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Best Ohio Employment Discrimination Attorney Answer: Can my boss give me more work than everyone else because I’m Black? Can I sue my boss for giving me the worst office because I’m Hispanic? Can I sue my manager only gives new computers to the men in my department?

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Our discrimination lawyers often hear from employees facing a multitude of problems at work: bad attitudes, personality conflicts, undeserved and unfair discipline, and just general feelings that the boss is being unfair. Just about anywhere you look, there is no shortage of complaints about work. But when does it become illegal so that you have a viable claim for wrongful termination?

The truth is, employers are allowed to be unfair, to be arbitrary, and to be wrong. “At-will” employment means that you can be falsely accused of something you didn’t do and fired, or that you can be fired for no reason at all. (See What Is Wrongful Termination In Violation Of Public Policy?) If your boss suddenly decides he doesn’t like people whose names begin with the letter “T,” Todd, Tina, and Timothy are in trouble. They could lose their jobs, and there would be nothing they could do about it.

However, employers can’t just do whatever they feel like. Our letter “T” hating boss couldn’t fire Todd because he had filed a claim for worker’s compensation benefits or because he is over age 40, or fire Tina because she was pregnant or wouldn’t submit to his sexual advances. Likewise, the boss can’t fire Timothy because he is African American, or disabled, or because of his religion. If an employee’s race, national origin, gender, religion, disability, age, pregnancy, or participation in protected activity, such as opposing or reporting discrimination, whistleblowing, taking FMLA leave, making protected complaints about overtime or the minimum wage, or filing a claim for workers compensation benefits is why the termination actually occurred, then it is unlawful. Why because there are specific laws that address these situations, including Title VII of the Civil Rights Act of 1964, the Americans with Disabilities Act (“ADA“), the Family and Medical Leave Act (“FMLA“), the Fair Labor Standards Act (“FLSA“) and the Age Discrimination in Employment Act (“ADEA“).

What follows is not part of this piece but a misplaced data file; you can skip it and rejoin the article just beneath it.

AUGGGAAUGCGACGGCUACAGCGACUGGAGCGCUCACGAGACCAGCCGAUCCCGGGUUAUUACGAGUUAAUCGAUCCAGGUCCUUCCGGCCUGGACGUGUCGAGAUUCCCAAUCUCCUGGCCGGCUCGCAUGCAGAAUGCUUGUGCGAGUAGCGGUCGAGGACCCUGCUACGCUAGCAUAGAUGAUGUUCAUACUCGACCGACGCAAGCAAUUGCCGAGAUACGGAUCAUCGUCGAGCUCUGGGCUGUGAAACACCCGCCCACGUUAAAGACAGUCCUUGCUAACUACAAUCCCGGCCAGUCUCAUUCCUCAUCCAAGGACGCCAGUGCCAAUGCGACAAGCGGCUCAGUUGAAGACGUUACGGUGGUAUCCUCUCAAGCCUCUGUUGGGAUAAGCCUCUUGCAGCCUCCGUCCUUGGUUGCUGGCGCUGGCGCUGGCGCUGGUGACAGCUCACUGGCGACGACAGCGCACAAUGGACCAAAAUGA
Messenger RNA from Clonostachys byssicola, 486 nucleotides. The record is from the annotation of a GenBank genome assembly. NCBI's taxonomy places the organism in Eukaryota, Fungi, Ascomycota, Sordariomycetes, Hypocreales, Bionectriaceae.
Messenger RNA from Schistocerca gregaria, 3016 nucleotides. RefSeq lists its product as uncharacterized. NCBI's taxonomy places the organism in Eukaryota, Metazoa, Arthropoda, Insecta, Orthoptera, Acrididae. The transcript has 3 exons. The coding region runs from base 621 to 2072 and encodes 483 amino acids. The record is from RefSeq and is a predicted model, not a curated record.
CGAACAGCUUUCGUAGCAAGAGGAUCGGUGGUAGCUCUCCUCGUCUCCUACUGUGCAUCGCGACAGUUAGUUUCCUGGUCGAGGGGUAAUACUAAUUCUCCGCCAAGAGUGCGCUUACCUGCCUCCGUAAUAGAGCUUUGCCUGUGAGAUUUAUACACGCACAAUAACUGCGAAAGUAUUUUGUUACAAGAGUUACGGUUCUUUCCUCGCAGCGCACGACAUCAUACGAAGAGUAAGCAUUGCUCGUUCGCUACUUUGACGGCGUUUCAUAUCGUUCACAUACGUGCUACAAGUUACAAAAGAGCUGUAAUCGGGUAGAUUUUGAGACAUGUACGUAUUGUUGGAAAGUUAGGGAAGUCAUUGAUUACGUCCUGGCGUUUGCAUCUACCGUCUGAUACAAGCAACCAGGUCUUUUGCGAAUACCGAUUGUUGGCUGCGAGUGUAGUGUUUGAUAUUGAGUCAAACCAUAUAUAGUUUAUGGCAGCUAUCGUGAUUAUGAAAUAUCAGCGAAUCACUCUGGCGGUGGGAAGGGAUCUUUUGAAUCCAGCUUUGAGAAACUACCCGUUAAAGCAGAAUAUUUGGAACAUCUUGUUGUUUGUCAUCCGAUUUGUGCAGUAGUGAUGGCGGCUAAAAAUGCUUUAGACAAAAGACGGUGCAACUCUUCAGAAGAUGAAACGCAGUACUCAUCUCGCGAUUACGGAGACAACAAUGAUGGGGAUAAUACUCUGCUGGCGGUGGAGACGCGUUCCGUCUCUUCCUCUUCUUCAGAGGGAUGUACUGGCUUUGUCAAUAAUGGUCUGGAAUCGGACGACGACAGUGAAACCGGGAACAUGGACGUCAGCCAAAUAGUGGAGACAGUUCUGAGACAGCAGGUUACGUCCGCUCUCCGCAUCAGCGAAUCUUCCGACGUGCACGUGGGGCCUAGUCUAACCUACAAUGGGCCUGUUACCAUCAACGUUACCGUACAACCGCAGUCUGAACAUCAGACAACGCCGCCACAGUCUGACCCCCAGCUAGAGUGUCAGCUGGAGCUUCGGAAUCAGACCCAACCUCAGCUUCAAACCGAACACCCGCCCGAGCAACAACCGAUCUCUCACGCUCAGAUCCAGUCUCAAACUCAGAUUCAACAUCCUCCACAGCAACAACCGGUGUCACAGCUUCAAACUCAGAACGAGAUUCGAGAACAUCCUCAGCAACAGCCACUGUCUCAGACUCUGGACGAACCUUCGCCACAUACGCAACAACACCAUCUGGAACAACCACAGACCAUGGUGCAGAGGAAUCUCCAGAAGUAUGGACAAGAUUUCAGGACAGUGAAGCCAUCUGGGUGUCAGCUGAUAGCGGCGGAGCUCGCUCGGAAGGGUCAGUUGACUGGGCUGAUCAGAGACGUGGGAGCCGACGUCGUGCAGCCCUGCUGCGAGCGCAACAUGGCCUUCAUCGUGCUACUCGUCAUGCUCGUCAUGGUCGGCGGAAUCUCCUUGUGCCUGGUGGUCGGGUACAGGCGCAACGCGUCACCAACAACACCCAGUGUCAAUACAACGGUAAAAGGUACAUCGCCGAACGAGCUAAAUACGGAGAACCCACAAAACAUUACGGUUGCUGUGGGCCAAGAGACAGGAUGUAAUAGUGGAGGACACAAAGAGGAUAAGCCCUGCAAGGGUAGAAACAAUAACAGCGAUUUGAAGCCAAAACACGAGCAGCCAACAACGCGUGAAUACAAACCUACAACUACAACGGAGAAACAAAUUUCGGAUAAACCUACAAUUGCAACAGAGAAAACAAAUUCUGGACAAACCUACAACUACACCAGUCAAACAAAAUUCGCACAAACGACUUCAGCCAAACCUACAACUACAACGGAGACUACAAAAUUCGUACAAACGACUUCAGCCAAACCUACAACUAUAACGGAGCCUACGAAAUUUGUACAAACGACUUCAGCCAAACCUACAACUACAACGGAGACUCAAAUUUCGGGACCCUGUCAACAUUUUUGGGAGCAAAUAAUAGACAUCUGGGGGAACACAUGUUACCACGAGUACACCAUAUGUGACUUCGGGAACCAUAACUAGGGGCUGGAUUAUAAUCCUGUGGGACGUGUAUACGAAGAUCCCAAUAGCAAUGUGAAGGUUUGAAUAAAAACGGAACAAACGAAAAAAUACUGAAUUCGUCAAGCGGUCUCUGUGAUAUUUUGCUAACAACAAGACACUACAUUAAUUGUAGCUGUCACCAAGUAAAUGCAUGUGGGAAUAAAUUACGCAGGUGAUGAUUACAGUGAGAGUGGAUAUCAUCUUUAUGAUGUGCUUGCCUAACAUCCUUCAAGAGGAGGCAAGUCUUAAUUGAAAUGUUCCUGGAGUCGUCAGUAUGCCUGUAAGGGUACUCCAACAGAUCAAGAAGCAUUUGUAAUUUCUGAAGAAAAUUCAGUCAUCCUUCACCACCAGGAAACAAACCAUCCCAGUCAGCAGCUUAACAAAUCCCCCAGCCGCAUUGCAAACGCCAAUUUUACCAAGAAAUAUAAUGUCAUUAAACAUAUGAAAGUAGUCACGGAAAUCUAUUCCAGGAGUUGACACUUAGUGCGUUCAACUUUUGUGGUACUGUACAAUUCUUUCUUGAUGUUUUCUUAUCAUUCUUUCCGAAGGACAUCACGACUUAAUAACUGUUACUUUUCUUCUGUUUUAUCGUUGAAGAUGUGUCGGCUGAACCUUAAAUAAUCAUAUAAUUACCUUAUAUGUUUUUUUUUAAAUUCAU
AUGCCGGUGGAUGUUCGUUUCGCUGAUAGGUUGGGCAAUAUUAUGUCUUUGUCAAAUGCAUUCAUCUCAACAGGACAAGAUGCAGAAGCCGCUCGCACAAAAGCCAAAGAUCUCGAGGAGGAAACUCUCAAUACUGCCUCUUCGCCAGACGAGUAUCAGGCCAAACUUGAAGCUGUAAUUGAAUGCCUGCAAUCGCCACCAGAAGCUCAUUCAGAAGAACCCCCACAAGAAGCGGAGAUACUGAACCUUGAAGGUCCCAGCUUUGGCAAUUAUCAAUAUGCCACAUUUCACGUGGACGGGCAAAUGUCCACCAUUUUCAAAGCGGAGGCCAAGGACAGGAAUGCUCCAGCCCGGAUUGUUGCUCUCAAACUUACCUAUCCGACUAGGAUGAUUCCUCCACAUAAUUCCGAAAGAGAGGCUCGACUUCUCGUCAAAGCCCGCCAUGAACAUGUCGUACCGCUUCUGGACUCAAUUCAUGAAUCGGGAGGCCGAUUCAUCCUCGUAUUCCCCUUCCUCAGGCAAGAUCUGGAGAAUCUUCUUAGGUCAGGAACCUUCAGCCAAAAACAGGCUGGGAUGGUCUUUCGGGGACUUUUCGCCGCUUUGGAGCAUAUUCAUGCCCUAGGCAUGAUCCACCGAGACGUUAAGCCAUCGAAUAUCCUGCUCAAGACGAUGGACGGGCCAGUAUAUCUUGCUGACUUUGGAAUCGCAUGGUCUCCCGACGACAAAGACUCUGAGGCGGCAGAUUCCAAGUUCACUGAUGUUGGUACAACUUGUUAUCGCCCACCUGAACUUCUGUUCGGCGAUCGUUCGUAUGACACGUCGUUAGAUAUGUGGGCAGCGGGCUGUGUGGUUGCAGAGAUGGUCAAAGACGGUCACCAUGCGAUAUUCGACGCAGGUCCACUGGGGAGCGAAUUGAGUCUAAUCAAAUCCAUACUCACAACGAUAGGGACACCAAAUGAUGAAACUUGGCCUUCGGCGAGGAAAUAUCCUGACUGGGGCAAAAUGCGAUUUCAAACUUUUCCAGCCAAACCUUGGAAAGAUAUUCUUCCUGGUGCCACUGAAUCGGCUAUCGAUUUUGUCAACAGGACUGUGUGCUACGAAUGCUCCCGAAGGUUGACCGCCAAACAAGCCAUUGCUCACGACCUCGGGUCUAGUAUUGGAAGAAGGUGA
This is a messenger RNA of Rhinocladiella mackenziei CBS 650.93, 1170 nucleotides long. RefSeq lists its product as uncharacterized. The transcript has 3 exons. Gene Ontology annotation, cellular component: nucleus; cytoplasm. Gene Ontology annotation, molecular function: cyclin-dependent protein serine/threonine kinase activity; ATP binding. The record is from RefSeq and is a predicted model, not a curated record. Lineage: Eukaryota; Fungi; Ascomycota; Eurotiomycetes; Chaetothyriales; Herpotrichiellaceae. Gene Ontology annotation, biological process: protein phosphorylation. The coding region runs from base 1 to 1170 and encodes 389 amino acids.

I was fired today because I complained about race discrimination. My boss will not promote me because I’m a woman. My manager gives all the hard jobs to the Hispanic and Arab workers. Can I be discriminated against because I’m Arab?

Thus, it is accurate to say that most discrimination cases come down to proving “the why” – that is, proving what motivated the employer to act unfairly.

But do you have to be fired to have a discrimination claim? No, you don’t. It is illegal for an employer to take any “adverse action” against you because of an unlawful consideration. Thus, any material change to the terms and conditions of one’s employment is enough. But what does that mean? A change is “material” when it rises to a level that is worse than a mere inconvenience or annoyance.

In the recent case of Vega v. Hempstead Union Free School Dist, the Second Circuit Court of Appeals provided a helpful analysis of what is an adverse action, and what is not. There, the employee, Carlos Vega, alleged a number of grievances against the school district where he taught for adverse employment actions that he contended were motivated by his race (Hispanic) and national origin (Puerto Rican) . The Court did a great job summing these allegations up:

  • Beginning in 2008, Vega was assigned an “increased percentage of students that were Spanish speaking and were not fluent in English,” requiring Vega to do “twice as much work” in preparing and teaching his classes first in English and then in Spanish, without extra compensation.
  • When he complained later in 2008, Vega was assigned “a mixture of bilingual classes and English classes, instead of all bilingual,” and he was still not compensated for the extra preparation time.
  • When he complained later in 2008, Vega was assigned “a mixture of bilingual classes and English classes, instead of all bilingual,” and he was still not compensated for the extra preparation time.
  • Vega was unable to use his regular classroom for his first period class in October 2010 and had to teach in the “excessively noisy” media center without a blackboard.
  • Vega was assigned a classroom with a “University of Puerto Rico” banner above the door.
  • Vega attempted to enter his students’ grades into the school’s computer system in October 2011, but his password had been deactivated. Vega had to use his non-Hispanic colleague’s password to log into the computer system to enter his grades.